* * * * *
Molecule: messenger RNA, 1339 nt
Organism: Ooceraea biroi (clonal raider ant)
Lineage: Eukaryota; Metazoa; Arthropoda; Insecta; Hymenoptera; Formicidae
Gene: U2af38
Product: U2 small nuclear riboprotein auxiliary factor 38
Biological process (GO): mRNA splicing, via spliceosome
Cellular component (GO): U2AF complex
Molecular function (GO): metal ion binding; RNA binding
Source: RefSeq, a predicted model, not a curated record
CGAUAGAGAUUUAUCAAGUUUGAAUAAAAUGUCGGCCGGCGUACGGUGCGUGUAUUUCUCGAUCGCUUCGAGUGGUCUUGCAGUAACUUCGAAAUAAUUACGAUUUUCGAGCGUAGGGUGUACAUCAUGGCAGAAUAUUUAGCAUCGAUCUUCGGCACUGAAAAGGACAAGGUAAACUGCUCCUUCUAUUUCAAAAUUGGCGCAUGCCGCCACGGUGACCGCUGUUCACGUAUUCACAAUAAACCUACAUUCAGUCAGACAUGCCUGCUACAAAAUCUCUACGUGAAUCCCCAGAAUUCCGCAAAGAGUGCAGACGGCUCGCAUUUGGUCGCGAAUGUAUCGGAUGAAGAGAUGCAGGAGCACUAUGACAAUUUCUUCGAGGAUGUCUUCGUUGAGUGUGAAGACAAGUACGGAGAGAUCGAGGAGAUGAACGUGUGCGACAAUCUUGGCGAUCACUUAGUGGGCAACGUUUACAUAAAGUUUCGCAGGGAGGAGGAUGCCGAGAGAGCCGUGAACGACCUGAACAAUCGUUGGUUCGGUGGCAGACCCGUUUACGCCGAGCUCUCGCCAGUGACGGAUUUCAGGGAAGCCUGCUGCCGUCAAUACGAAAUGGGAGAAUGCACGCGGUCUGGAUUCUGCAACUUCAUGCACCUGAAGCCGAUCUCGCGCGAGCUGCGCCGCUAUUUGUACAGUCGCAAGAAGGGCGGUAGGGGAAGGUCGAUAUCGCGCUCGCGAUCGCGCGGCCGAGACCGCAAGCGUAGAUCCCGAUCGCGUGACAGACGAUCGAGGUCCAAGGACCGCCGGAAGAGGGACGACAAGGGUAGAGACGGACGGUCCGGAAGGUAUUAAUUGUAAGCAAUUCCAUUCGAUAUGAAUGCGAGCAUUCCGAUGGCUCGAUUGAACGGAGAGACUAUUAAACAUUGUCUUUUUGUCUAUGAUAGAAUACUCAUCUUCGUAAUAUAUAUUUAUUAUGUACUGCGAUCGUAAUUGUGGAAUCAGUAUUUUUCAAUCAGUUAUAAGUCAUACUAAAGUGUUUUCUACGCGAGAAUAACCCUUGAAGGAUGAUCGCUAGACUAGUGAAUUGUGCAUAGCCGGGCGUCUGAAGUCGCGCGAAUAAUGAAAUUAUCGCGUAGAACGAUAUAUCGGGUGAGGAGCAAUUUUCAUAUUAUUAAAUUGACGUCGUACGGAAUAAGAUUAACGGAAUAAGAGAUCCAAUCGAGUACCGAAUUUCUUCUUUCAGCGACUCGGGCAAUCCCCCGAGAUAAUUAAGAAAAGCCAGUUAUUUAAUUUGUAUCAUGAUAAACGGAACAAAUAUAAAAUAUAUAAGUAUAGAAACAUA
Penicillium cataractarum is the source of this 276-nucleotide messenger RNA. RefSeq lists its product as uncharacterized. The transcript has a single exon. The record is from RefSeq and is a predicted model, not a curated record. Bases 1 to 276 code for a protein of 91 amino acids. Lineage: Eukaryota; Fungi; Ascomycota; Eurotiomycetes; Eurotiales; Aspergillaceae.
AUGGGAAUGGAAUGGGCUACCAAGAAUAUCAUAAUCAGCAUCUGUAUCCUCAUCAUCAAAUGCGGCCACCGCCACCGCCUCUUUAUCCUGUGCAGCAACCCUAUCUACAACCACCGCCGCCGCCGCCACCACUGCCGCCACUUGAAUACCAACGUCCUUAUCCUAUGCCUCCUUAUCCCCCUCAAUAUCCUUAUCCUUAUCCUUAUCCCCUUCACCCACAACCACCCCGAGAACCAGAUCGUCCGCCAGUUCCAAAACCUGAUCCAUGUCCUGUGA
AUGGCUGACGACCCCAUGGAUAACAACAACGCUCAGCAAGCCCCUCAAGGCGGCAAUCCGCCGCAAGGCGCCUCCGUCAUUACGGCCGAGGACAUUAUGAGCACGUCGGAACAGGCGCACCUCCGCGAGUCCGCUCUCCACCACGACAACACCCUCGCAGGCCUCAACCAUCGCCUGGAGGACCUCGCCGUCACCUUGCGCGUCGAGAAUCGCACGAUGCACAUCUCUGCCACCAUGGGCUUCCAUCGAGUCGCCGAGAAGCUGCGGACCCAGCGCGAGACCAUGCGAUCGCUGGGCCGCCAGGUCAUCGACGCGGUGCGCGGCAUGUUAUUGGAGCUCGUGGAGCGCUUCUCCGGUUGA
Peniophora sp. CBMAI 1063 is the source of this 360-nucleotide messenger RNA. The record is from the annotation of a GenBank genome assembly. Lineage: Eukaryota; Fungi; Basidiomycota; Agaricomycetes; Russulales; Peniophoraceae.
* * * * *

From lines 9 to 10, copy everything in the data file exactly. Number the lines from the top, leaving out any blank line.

Source: RefSeq, a predicted model, not a curated record
CGAUAGAGAUUUAUCAAGUUUGAAUAAAAUGUCGGCCGGCGUACGGUGCGUGUAUUUCUCGAUCGCUUCGAGUGGUCUUGCAGUAACUUCGAAAUAAUUACGAUUUUCGAGCGUAGGGUGUACAUCAUGGCAGAAUAUUUAGCAUCGAUCUUCGGCACUGAAAAGGACAAGGUAAACUGCUCCUUCUAUUUCAAAAUUGGCGCAUGCCGCCACGGUGACCGCUGUUCACGUAUUCACAAUAAACCUACAUUCAGUCAGACAUGCCUGCUACAAAAUCUCUACGUGAAUCCCCAGAAUUCCGCAAAGAGUGCAGACGGCUCGCAUUUGGUCGCGAAUGUAUCGGAUGAAGAGAUGCAGGAGCACUAUGACAAUUUCUUCGAGGAUGUCUUCGUUGAGUGUGAAGACAAGUACGGAGAGAUCGAGGAGAUGAACGUGUGCGACAAUCUUGGCGAUCACUUAGUGGGCAACGUUUACAUAAAGUUUCGCAGGGAGGAGGAUGCCGAGAGAGCCGUGAACGACCUGAACAAUCGUUGGUUCGGUGGCAGACCCGUUUACGCCGAGCUCUCGCCAGUGACGGAUUUCAGGGAAGCCUGCUGCCGUCAAUACGAAAUGGGAGAAUGCACGCGGUCUGGAUUCUGCAACUUCAUGCACCUGAAGCCGAUCUCGCGCGAGCUGCGCCGCUAUUUGUACAGUCGCAAGAAGGGCGGUAGGGGAAGGUCGAUAUCGCGCUCGCGAUCGCGCGGCCGAGACCGCAAGCGUAGAUCCCGAUCGCGUGACAGACGAUCGAGGUCCAAGGACCGCCGGAAGAGGGACGACAAGGGUAGAGACGGACGGUCCGGAAGGUAUUAAUUGUAAGCAAUUCCAUUCGAUAUGAAUGCGAGCAUUCCGAUGGCUCGAUUGAACGGAGAGACUAUUAAACAUUGUCUUUUUGUCUAUGAUAGAAUACUCAUCUUCGUAAUAUAUAUUUAUUAUGUACUGCGAUCGUAAUUGUGGAAUCAGUAUUUUUCAAUCAGUUAUAAGUCAUACUAAAGUGUUUUCUACGCGAGAAUAACCCUUGAAGGAUGAUCGCUAGACUAGUGAAUUGUGCAUAGCCGGGCGUCUGAAGUCGCGCGAAUAAUGAAAUUAUCGCGUAGAACGAUAUAUCGGGUGAGGAGCAAUUUUCAUAUUAUUAAAUUGACGUCGUACGGAAUAAGAUUAACGGAAUAAGAGAUCCAAUCGAGUACCGAAUUUCUUCUUUCAGCGACUCGGGCAAUCCCCCGAGAUAAUUAAGAAAAGCCAGUUAUUUAAUUUGUAUCAUGAUAAACGGAACAAAUAUAAAAUAUAUAAGUAUAGAAACAUA